J.W. North is one of the most original and idiosyncratic of the late Victorian watercolourists. The son of a tailor who later emigrated to Canada, he belonged to a group of artists who came to prominence in the 1860s as leading contributors to the revival of good illustration which took place at this time. Like Fred Walker, G.J. Pinwell and Charles Green (see lots 30, 41), he was apprenticed to the wood-engraver T.H. Whymper before finding ready employment with the Dalziel brothers who played such a crucial role in the revival as engravers and entrepreneurs. However, while Walker and Pinwell died tragically young in 1875. North lived on until the 1920s, moving away from his tightly structured early work to develop a highly personal style characterised by an intensely poetic response to the countryside, a feathery delicacy of form which creates an illusion of detail rather than detail itself, and a penchant for quirky and wayward compositions. He was elected an associate of the Old Watercolour Society in 1871 and a full member in 1883. Ten years later he became an assocaite of the Royal Academy.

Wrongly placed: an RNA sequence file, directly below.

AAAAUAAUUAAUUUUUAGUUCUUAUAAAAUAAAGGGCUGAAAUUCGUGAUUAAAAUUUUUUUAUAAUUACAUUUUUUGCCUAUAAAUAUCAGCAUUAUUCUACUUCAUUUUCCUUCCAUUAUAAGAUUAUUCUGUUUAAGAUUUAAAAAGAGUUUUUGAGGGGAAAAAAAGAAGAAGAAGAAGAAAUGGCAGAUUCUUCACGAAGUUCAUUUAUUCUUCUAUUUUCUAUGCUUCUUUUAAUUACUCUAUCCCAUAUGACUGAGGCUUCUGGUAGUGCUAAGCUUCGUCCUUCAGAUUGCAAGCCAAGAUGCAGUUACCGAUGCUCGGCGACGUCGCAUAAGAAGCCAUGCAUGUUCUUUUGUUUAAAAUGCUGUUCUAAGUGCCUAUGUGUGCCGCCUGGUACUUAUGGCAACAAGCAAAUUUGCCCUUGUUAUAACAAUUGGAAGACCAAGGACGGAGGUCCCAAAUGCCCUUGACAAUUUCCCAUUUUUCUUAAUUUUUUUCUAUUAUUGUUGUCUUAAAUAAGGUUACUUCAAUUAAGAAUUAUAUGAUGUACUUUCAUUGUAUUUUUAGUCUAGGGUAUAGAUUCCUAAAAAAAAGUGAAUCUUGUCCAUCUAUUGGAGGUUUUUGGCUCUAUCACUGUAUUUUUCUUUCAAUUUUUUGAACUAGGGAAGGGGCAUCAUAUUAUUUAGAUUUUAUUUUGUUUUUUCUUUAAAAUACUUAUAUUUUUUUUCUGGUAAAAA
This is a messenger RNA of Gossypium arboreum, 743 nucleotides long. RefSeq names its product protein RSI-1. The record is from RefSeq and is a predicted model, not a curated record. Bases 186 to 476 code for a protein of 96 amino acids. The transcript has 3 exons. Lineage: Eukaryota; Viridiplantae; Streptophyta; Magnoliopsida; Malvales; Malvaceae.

In 1869 North discovered Halsway Manor, a romantic old house of honey-coloured stone standing on the edge of the Quantock Hills in Somerset, and for the next few years he, Walker and Pinwell stayed there periodically, finding inspiration for some of their finest work. In 1868 this arrangement came to an end when Halsway Manor was sold, but North continued to rent a house in the area. Finally he settled there permanently, steeping himself in local ways and recording the landscape pictorially with as much love and feeling as his friend Richard Jeffries did in prose. North had been born in Brixton and spent all his early life in London, and in a sense he was always a tourist, looking at the countryside with an outsider's yearning. In his hands it becomes a lost arcadia, hopelessly threatened by agricultural depression and the forces of so-called progress, for which he often finds a metaphor by showing his subject in the grip of autumnal decay. The term coined for him and his circle in the 1890s. 'idyllists', is apt if hardly euphonious.
Lot 12 says much about North's mature style, both in terms of subject matter, a Somerset apple orchard, and style. North is one of those artists who demands to be accepted on his own terms. Conventional standards do not apply; 'wavelength' is everything.
Another version of the watercolour, similar in size but dated 1904, was sold by Sotheby's in London on 16 June 1982, lot 281.